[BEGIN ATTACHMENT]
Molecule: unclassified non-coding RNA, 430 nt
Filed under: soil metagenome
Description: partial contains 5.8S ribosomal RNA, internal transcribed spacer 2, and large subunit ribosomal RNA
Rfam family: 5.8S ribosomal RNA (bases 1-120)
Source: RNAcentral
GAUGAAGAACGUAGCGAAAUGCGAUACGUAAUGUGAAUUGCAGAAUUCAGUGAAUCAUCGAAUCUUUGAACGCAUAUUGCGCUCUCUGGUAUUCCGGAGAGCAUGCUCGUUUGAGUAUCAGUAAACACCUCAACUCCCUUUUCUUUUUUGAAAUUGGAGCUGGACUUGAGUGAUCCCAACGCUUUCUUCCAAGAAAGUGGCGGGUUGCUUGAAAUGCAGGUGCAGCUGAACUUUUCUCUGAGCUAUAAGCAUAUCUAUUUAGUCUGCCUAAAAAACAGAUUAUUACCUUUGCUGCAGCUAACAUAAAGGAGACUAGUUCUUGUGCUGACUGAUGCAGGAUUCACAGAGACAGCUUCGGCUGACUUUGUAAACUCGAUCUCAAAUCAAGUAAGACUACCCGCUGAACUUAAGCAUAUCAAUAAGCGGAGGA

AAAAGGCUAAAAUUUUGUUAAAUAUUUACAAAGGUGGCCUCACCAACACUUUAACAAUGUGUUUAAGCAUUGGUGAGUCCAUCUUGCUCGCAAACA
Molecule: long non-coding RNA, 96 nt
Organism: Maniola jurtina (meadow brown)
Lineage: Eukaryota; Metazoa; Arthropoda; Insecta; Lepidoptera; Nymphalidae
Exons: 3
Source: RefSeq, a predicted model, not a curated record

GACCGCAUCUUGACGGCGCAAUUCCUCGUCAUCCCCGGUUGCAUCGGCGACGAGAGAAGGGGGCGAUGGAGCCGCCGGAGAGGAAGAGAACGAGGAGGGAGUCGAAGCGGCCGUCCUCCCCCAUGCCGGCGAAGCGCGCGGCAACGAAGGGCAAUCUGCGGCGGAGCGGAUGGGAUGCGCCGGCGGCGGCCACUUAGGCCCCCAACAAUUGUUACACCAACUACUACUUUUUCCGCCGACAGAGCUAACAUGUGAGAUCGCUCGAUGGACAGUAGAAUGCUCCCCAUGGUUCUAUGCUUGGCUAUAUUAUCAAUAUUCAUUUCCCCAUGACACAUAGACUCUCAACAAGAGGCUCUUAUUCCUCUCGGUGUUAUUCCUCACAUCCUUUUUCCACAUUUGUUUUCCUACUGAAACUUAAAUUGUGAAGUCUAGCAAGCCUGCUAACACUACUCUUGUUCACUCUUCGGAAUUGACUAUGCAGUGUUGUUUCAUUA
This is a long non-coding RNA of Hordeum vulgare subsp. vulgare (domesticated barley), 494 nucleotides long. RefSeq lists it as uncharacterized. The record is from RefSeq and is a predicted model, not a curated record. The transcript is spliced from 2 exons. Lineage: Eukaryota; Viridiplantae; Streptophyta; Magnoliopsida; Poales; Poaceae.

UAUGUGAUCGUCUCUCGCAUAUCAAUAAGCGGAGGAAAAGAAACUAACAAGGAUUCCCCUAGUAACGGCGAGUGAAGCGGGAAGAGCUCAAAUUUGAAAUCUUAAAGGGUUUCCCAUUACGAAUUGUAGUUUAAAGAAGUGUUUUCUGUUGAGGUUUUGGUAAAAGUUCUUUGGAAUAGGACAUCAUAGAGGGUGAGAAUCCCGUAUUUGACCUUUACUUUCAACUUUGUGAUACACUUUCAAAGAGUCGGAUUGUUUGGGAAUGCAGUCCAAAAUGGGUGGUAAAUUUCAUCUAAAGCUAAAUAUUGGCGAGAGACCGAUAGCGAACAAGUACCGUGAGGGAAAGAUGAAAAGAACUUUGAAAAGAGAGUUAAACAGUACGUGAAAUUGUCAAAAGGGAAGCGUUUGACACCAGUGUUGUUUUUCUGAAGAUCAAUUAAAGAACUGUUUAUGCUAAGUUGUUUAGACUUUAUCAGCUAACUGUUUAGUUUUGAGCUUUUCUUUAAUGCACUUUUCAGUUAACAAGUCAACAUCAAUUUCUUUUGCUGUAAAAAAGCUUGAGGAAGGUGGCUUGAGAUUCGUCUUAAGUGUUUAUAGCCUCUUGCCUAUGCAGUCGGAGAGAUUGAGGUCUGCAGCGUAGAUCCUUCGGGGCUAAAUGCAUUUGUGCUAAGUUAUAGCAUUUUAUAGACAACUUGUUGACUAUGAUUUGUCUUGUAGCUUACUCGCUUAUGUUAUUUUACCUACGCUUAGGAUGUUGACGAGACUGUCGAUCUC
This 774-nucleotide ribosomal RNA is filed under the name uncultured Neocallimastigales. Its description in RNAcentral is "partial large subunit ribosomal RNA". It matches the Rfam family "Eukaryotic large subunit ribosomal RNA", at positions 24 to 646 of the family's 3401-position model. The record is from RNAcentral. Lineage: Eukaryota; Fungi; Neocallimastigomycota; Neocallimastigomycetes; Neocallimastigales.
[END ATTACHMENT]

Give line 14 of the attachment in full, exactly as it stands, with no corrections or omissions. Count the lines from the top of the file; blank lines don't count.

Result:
This is a long non-coding RNA of Hordeum vulgare subsp. vulgare (domesticated barley), 494 nucleotides long. RefSeq lists it as uncharacterized. The record is from RefSeq and is a predicted model, not a curated record. The transcript is spliced from 2 exons. Lineage: Eukaryota; Viridiplantae; Streptophyta; Magnoliopsida; Poales; Poaceae.